Temperatures retreat as winter chills blow in
It is hard to decide what is the appropriate weather – if such a thing exists – for Remembrance Sunday. Cold and damp would recall the horrific conditions in the trenches during the First World War, but potentially deter some from coming out. Cold, bright and crisp wakes us up and makes it harder to avert our gaze from the chilling enormity of what we are remembering.
And those will be the conditions this morning in most parts of the country, including at The Cenotaph in Whitehall. The cold air from the far north that started streaming down the spine of the country yesterday is now dominant, pinning back temperatures everywhere, with just 48F (9C) in London and Cardiff, 44F (7C) on the exposed East Anglian coast, 43F (6C) in Newcastle and Aberdeen. Even in the sheltered south west, Plymouth will see no more than 50F (10C). The sun will be out, and the only showers will be isolated, but that chill in the breeze will negate any benefits.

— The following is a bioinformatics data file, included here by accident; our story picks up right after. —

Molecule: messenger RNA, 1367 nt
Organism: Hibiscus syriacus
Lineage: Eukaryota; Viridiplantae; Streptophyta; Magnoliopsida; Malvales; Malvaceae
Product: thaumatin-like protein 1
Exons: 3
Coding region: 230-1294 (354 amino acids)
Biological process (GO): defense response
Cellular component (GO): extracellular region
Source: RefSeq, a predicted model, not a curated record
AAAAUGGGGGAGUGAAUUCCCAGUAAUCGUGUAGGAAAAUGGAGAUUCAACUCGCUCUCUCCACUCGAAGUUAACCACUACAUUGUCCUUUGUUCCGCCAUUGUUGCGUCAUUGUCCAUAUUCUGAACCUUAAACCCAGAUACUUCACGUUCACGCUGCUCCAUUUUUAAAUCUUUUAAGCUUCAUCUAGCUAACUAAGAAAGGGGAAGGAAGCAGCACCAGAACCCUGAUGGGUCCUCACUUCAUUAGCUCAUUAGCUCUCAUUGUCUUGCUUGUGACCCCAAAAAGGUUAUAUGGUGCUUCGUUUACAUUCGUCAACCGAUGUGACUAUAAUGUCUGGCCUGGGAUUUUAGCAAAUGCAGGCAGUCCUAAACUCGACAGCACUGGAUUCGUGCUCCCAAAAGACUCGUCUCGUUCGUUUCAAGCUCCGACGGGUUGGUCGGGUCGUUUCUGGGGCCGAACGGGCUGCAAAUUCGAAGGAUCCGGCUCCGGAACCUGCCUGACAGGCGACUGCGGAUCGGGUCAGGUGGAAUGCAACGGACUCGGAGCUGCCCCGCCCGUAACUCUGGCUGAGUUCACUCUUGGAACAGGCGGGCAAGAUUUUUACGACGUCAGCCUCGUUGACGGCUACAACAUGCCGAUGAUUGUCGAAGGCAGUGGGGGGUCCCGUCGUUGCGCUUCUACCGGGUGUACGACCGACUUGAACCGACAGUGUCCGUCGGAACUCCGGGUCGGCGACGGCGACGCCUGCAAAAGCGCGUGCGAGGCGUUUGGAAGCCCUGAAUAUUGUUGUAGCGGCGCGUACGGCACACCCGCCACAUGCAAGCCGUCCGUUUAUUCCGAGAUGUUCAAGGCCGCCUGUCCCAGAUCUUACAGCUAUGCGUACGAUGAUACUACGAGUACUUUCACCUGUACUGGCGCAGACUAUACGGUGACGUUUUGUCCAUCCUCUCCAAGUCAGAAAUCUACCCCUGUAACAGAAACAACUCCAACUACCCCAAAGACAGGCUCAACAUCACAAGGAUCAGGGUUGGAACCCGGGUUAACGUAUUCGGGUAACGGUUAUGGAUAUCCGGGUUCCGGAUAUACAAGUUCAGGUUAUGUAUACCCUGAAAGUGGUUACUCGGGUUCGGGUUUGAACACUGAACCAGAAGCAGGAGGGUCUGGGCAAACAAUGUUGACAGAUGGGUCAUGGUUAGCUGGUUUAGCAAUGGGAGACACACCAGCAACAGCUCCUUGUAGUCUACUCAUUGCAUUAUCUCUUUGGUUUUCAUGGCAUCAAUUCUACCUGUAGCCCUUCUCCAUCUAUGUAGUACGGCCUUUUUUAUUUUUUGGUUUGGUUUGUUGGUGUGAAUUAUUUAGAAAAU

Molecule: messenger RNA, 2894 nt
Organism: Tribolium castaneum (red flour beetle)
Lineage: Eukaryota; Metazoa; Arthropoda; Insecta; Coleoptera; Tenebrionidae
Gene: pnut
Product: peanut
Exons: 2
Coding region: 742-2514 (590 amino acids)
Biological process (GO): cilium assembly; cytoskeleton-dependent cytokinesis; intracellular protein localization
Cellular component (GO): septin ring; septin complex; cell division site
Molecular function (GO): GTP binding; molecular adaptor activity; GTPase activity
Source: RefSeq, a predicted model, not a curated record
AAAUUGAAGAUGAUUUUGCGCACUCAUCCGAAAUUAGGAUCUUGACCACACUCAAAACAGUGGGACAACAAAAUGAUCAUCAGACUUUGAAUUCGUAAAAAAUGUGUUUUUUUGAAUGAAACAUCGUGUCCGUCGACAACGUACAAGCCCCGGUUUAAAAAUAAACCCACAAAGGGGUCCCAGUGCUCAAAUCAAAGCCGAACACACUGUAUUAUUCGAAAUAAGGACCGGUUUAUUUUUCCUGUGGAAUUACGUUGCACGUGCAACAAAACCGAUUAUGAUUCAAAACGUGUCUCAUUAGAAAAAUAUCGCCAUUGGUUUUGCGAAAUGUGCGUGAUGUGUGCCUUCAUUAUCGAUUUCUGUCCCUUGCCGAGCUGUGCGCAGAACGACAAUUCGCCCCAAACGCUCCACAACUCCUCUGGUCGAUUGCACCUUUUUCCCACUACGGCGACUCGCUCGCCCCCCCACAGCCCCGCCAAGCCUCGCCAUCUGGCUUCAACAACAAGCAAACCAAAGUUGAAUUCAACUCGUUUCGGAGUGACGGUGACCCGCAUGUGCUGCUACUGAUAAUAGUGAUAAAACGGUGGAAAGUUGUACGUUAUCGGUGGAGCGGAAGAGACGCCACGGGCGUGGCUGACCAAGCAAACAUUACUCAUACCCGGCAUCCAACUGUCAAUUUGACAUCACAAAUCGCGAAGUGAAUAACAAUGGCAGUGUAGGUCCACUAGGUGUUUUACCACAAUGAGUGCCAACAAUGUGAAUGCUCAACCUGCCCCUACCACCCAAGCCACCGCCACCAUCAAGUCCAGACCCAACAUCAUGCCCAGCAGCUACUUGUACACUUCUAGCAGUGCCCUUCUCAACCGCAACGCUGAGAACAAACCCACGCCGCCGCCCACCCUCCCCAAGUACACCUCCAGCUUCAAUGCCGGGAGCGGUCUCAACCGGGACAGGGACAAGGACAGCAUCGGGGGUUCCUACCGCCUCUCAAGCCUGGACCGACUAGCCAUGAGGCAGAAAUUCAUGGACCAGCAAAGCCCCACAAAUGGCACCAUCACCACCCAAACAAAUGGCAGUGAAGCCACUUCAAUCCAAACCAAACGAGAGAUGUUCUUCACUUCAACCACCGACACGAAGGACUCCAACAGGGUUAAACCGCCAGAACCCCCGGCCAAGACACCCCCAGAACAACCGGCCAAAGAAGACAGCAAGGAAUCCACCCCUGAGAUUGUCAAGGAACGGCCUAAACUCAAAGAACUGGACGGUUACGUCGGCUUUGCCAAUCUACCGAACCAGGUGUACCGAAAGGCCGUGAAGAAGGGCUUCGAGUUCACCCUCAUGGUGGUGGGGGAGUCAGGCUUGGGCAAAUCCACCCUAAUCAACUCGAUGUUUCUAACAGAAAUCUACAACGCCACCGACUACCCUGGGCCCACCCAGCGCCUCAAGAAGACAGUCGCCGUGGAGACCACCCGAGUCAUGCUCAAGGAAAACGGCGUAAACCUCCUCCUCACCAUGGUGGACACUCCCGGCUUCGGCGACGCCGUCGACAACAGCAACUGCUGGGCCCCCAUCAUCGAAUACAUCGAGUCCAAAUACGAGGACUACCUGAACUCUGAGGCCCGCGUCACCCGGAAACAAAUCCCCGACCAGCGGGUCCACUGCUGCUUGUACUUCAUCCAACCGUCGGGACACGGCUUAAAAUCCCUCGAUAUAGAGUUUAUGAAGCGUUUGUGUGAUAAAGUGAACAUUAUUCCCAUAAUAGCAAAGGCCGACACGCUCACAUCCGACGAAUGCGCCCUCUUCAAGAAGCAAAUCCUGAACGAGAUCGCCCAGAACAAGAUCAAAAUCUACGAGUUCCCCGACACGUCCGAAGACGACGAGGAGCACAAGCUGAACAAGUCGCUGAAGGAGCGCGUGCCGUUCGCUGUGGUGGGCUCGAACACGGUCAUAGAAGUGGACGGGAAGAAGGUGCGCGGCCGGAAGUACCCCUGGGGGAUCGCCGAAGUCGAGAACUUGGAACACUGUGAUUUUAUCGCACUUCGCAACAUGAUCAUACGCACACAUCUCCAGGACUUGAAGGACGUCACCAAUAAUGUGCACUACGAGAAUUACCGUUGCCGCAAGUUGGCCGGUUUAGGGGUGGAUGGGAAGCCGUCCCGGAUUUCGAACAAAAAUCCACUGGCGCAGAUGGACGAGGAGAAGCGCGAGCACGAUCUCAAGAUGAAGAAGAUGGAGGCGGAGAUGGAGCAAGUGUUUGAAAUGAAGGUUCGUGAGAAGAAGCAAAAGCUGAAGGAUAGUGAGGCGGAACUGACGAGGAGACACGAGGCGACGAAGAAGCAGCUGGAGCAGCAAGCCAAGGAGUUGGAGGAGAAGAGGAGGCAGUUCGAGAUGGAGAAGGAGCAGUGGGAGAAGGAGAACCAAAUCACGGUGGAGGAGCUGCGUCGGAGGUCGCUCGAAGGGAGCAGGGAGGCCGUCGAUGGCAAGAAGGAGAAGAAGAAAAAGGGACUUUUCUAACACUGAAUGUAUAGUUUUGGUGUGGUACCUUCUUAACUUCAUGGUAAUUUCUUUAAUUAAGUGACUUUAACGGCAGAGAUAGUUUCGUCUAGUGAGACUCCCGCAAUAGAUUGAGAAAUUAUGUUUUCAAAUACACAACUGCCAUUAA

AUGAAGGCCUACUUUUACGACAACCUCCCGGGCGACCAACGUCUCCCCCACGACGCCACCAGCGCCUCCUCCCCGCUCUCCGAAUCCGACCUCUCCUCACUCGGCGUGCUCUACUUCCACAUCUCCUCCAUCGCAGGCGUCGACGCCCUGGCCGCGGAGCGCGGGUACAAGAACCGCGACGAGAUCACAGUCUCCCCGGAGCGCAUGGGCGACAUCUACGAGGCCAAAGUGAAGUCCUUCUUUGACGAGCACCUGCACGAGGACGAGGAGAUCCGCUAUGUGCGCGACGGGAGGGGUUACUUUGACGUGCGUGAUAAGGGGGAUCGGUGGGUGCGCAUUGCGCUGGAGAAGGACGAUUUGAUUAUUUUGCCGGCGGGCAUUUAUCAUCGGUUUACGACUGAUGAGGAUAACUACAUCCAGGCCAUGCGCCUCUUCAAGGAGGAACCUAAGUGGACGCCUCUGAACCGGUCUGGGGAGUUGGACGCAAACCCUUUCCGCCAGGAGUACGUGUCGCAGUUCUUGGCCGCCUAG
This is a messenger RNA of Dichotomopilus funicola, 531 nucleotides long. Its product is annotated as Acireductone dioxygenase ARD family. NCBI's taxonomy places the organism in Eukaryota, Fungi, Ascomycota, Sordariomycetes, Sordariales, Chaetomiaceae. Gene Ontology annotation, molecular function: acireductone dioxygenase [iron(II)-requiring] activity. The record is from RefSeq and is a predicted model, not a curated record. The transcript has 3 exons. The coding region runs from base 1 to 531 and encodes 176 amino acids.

As the working week gets under way, those wintry conditions remain, though high pressure from the south will start nudging in across southern England and Wales briefly on Tuesday, pushing up the mercury, before being knocked away again by the arrival of Atlantic lows. And so the week ahead is set to be a succession of rain and gloom, though the change to westerly winds will at least see a gentle increase in temperatures to highs of 53F (12C).
The later part of the week remains uncertain, with more turbulent low pressure systems and milder, more settled highs in competition. Their effects, now easier to record with the opening of an automatic weather station 4,411ft up on Ben Nevis.
Remembrance Sunday will be cold, bright and crisp across most of the country